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The role of the Chief Customer Officer

We hosted a breakfast roundtable on the role of the Chief Customer Officer, titled “Should the CEO own the customer experience?”

The session was co-led by Georgia Hartley-Brewer, Senior Consultant in our Retail Practice, and David Walmsley, who has most recently held the role of Chief Customer Officer (CCO) at House of Fraser.

customer experience

David, who is an expert in delivering customer-led digital transformation, walked the group through the five pillars of success that Jeanne Bliss describes in her book The Chief Customer Officer 2.0, using examples from his varied career. These are:

  1. Honour and manage customers as assets
  2. Align around experience
  3. Build a customer listening path
  4. Be proactive with the experience - reliability & innovation
  5. Leadership, accountability and culture

For a full transcript of David’s presentation please click here.

Following the talk, the group discussed whether the role of CCO was an interim one, or whether it should have a Full Time Employee at its helm. The answer was, it depends: on the level of transformation required, on the internal capabilities and the capacity of these individuals, and on how close you are to customer-centric mecca.

One thing we all agreed on was the need for an effective balance between a CCO and a CEO. If the CEO is very commercial then the CCO can be a more creative force. If the CEO is very brand-design led, and if this is to the detriment of the P&L (as is sometimes the case in owner-managed Fashion brands), then the CCO must have a more commercial skill set. We also agreed that the CEO needs to drive the values of the organisation. Without this leadership a customer transformation from the inside is doomed. One attendee gave an example of this happening despite their “programme” having a brilliantly equipped CCO.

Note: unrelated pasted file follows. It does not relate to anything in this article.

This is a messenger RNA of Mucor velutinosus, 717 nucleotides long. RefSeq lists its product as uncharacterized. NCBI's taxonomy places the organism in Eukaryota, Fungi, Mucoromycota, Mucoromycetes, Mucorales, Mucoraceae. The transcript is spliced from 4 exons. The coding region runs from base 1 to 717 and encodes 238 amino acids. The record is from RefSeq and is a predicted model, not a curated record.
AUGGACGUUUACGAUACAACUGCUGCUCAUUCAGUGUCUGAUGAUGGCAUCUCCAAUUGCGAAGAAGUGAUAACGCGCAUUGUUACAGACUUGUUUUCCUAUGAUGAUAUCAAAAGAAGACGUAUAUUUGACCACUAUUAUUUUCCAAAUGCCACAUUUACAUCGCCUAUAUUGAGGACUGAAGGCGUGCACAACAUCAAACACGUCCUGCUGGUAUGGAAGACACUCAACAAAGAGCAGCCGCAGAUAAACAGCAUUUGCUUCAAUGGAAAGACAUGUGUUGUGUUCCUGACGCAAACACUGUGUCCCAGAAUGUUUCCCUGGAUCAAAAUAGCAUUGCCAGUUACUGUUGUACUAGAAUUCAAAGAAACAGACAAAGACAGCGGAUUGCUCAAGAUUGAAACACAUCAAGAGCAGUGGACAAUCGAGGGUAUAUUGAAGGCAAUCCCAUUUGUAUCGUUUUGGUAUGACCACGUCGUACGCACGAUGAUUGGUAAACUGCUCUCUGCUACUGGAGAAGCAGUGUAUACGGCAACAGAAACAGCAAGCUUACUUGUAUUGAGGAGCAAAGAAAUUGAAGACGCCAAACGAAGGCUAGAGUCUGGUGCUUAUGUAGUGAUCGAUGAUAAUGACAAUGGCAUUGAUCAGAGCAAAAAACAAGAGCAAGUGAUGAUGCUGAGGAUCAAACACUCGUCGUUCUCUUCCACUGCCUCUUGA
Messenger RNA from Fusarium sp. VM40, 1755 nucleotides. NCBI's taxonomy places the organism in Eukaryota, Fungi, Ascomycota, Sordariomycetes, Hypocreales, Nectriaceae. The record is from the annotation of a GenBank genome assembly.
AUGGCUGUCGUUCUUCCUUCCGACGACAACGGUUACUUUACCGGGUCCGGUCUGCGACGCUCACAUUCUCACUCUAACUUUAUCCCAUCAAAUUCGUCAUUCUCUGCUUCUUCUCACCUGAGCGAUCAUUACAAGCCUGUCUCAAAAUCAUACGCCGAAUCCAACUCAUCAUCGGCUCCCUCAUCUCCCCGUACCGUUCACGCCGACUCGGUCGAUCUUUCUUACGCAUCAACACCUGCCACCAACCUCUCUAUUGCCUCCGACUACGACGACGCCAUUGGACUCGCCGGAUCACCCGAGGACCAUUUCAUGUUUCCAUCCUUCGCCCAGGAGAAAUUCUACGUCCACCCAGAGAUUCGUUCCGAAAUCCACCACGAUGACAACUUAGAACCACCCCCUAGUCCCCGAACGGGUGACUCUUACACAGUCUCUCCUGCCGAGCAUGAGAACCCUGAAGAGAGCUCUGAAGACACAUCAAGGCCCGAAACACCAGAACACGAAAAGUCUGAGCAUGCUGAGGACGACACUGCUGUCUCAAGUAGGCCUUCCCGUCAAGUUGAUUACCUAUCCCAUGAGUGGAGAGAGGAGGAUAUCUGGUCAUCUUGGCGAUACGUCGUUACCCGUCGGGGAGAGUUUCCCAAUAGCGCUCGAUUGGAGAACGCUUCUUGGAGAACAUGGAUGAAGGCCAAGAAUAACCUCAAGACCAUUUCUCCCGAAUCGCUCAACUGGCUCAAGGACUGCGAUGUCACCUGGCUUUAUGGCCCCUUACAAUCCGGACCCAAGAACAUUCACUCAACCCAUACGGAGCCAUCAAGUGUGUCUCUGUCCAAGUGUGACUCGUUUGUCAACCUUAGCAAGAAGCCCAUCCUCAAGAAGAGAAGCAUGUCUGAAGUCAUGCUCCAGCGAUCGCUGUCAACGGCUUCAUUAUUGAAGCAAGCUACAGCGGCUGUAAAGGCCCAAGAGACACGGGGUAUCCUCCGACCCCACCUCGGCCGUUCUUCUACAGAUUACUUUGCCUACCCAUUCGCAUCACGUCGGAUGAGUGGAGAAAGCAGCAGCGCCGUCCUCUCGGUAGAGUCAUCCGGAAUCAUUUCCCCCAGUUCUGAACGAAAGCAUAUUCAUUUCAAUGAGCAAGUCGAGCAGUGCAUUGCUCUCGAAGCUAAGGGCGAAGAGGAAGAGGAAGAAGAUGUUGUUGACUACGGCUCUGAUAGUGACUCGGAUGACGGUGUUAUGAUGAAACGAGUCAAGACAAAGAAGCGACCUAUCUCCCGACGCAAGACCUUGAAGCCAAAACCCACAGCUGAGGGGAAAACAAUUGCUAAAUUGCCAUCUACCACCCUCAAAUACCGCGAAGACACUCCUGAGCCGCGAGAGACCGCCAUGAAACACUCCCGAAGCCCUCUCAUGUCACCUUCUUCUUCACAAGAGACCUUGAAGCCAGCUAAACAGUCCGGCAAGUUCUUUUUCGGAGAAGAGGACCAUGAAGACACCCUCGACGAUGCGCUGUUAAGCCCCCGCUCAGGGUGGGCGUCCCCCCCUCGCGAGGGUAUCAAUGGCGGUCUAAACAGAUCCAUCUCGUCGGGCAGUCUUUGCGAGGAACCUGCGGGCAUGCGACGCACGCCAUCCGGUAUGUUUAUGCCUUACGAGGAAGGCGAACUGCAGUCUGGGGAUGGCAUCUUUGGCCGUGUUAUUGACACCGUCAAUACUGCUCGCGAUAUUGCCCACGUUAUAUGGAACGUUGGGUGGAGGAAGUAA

This led us on to discussing whether customer experience should ever be described as, or delivered as, a change programme. We said that doing so can be dangerous; it implies that the changes required are siloed to business as usual operations, and it can scare off potential Board advocates because the word programme is synonymous with a budget request and with delivery complexity. Customer-led transformation needs to be embedded in, and inherent to, the business. However this is managed, the role can become redundant once the organisation is operating in a customer-centric way. In these situations the mantle can pass to Heads Of (in other words, transformation does not have to be a permanent Board level role, nor does it need an interim or a consultancy to deliver it).

When customer experience KPIs are being discussed in weekly trading meetings ahead of week-on-week margin points, that’s when you know you’ve transitioned the business to focus on the things that your customers care about. When the behaviours and actions of your teams are driven by these learnings and you can see the dial moving, that’s when you know that you’re winning.

One executive attendee complimented the “broad set of views and cross-sector of experience” and another CEO called the roundtable discussion “excellent, with varied points of view”. Other feedback included how “relaxed” the session was and how “current” the topic and presentations were. We have a curated attendee list for our Retail & Leisure events to ensure that everyone gets the best out of the session.

If you would like to register your interest in our next roundtable please contact Georgia Hartley-Brewer or Stuart Hogg.